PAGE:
And yet that means that in addition to deploying IoT sensors, we need to correctly analyze the data collected. In this sense, utilizing cloud computing and big data analytics can improve water resource modeling. This would help in predicting water availability, managing demand, and planning for potential shortages.

Martínez Lladó also talks about advanced treatment technologies such as filtration and purification methods which enable the safe reuse of wastewater for various purposes like irrigation, industrial processes, or even direct consumption: “The new materials should significantly reduce the energy to obtain drinking water, increasing the efficiency of certain treatment processes such as reverse osmosis,” he says.

We could add to that improved membrane technologies that can make the desalination process more sustainable and cost-effective, increasing the availability of freshwater in water-scarce regions.

Finally, “the latest advances in optical technologies and materials technology together should allow the development of new sensors that allow to determine quickly and economically the quality and composition of water, also allowing to optimize the treatment processes,” Martínez Lladó concludes.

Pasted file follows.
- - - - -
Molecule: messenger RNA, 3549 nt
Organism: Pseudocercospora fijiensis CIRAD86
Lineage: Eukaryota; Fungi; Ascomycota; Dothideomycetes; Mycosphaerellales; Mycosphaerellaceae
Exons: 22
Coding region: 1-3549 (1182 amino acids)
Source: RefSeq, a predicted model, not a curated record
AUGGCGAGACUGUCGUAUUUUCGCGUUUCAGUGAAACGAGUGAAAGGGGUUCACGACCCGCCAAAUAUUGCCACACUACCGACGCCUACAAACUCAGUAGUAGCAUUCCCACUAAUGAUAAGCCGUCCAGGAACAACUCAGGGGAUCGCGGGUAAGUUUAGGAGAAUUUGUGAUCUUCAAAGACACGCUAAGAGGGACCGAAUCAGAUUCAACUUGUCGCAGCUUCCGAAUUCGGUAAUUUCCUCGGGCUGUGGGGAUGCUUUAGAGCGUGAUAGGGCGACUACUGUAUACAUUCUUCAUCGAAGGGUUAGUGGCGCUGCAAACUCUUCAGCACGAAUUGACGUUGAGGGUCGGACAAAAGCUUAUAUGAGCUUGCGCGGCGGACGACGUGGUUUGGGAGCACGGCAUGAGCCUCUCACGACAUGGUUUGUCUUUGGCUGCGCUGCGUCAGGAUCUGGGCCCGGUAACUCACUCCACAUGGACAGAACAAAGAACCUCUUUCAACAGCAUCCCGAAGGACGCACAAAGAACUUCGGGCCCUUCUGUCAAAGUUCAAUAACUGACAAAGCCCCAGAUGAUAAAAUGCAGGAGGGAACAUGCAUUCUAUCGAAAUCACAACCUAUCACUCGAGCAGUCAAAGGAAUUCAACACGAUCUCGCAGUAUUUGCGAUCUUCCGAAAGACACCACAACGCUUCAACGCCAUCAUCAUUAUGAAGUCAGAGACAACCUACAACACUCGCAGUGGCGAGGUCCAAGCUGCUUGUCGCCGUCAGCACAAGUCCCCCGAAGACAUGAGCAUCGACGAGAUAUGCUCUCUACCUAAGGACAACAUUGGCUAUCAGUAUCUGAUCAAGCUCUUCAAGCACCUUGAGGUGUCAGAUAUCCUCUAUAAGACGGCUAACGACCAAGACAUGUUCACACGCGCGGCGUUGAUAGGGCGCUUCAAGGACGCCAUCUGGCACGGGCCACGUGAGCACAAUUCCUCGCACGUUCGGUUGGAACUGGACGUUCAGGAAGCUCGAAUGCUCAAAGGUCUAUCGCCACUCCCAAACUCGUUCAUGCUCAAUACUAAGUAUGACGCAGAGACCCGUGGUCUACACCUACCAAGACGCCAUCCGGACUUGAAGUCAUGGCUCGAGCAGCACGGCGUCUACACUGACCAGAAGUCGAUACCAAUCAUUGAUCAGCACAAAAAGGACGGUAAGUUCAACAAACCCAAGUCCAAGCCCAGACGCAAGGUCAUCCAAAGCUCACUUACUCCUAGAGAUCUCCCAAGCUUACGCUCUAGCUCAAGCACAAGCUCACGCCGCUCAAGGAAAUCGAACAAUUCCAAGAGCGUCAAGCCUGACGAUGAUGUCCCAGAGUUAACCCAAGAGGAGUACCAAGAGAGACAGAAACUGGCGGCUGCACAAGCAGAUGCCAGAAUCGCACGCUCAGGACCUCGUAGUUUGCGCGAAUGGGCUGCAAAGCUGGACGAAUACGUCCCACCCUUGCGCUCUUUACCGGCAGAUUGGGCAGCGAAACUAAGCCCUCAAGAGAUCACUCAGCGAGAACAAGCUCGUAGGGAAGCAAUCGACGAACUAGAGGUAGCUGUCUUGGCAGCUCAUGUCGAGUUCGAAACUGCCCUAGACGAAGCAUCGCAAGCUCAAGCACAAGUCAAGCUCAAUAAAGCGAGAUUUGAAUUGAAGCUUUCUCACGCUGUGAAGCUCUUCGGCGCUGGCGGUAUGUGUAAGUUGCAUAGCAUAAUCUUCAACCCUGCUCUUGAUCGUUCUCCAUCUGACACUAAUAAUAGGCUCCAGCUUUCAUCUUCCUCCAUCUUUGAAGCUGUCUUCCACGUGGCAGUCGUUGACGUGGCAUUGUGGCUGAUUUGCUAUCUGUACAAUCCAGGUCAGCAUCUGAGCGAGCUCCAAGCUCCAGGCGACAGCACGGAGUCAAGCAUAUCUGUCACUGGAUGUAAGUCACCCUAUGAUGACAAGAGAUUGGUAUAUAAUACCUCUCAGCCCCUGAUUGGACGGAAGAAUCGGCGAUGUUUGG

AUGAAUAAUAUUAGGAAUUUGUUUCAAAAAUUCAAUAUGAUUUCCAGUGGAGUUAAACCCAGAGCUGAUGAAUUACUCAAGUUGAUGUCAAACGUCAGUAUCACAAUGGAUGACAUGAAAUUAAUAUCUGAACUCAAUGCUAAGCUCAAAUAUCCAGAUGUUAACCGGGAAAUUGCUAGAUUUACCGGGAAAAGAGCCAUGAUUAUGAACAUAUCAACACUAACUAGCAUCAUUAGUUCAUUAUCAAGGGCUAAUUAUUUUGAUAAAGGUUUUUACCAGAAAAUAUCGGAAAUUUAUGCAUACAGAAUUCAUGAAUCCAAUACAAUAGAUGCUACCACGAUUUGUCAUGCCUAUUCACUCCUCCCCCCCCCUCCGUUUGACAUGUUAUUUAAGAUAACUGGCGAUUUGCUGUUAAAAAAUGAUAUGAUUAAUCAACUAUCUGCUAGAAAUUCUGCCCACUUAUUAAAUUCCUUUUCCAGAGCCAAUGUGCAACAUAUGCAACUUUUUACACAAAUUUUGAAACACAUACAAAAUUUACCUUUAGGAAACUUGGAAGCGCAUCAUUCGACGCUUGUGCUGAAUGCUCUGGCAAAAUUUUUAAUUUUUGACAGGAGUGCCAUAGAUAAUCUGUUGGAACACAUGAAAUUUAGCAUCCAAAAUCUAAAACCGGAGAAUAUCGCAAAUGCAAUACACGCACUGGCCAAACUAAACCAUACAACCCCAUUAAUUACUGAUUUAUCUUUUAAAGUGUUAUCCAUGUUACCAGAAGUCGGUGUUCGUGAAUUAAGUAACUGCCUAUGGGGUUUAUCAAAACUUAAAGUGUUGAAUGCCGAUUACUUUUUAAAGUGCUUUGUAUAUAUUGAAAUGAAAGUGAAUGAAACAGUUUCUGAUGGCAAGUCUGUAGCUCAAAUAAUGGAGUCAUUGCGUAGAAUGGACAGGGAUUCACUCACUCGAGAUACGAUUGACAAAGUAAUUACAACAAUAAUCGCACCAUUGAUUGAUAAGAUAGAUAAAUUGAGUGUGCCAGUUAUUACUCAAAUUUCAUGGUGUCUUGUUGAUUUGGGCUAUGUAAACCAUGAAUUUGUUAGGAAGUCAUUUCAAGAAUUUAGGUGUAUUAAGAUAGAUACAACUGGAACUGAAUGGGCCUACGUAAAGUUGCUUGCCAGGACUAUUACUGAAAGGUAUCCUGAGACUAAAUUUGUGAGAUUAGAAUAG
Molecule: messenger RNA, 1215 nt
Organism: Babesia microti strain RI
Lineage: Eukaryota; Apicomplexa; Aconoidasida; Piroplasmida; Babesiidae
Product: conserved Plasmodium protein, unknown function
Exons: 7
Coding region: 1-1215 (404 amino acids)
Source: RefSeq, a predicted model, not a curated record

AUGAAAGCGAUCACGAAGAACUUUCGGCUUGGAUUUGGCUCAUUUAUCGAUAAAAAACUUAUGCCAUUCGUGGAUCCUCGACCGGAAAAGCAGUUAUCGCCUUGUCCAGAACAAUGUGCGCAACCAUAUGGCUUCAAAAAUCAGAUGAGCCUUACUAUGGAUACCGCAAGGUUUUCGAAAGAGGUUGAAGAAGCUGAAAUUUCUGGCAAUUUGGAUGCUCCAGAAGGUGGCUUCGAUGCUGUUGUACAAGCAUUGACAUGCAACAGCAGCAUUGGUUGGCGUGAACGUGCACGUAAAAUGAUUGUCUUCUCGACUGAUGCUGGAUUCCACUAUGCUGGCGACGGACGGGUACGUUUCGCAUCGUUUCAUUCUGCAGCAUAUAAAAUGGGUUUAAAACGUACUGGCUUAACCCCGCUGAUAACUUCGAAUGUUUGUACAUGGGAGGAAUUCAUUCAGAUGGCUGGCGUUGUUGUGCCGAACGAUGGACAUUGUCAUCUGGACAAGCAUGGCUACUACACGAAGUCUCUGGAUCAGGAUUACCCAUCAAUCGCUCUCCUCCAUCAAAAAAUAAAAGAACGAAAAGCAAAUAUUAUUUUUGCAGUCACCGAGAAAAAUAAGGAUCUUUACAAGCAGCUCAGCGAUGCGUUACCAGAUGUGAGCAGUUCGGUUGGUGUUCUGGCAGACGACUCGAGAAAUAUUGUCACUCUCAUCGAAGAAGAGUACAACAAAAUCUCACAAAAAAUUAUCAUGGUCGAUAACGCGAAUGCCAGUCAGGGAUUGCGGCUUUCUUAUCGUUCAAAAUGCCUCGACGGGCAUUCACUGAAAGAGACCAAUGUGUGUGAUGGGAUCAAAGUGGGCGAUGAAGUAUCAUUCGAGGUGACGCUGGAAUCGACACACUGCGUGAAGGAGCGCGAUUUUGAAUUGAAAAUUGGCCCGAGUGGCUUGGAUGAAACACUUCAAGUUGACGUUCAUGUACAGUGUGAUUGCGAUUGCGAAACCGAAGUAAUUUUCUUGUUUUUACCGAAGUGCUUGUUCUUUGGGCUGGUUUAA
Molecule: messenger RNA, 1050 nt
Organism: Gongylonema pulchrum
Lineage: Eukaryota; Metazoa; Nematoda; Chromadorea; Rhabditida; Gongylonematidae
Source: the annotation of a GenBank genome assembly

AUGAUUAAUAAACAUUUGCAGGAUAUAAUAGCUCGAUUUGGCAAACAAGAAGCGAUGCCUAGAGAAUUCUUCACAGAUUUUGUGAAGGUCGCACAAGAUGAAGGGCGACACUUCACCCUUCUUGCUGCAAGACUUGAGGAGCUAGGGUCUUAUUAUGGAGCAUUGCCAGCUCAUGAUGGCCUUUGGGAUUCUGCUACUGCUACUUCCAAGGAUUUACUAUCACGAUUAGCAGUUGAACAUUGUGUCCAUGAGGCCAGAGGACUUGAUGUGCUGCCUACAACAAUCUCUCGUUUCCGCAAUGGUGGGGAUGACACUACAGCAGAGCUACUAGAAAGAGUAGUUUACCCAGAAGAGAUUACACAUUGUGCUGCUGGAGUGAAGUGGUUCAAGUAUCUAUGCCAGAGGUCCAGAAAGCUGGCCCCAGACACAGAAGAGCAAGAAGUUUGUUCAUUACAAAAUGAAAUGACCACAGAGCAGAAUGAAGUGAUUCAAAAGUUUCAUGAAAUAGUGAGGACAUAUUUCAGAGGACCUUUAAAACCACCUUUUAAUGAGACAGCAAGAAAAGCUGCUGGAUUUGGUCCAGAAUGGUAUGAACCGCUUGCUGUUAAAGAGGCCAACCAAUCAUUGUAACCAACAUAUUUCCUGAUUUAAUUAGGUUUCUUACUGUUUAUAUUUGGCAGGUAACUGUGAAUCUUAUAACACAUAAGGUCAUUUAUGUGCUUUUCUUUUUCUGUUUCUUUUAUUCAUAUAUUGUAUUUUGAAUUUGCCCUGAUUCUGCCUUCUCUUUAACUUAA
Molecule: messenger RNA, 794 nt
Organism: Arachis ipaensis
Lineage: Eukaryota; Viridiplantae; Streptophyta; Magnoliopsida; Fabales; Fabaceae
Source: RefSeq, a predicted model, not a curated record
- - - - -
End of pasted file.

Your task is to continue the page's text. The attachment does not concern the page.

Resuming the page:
Change of mindset

In short, there is a panoply of available technologies to improve the whole water cycle. We can even think about Blockchain to create transparent and tamper-resistant records of water transactions and ensure accountable water allocation.

The problem is that the deployment of all these advances takes time and money, and citizens or customers need to accept changes, which is never easy.

In this sense, promoting a water-saving culture is crucial as people’s behaviors are generally locked in their daily social practices. Mobile applications that allow consumers to monitor and control their water usage could raise awareness and promote responsible water consumption habits. But, at the end of the day, it’s all about being aware that we all have a great deal at stake here.

The Climate Change and Sustainability Track at IOTSWC24, to be held on 21-23 May in Barcelona, will deep dive into this key issue to both generate business opportunities and improve the world’s wellbeing. You know that in this goal every drop counts.

Article by: Anna Solana

Pedro Mier

Pedro Mier holds a degree in Telecommunications Engineer ing from the Polytechnic University of Catalonia, MBA from ESADE and PADE from IESE. He is currently President of AMETIC (Association of Electronics, Information Technology and Telecommunications Companies of Spain), Shareholder and Chairman of the Board of Directors of TRYO Aerospace & Electronics, Board Member of the Premo Group and Committee of CTTC. member of Space Angels Network and Member of the Sc ientific Advisory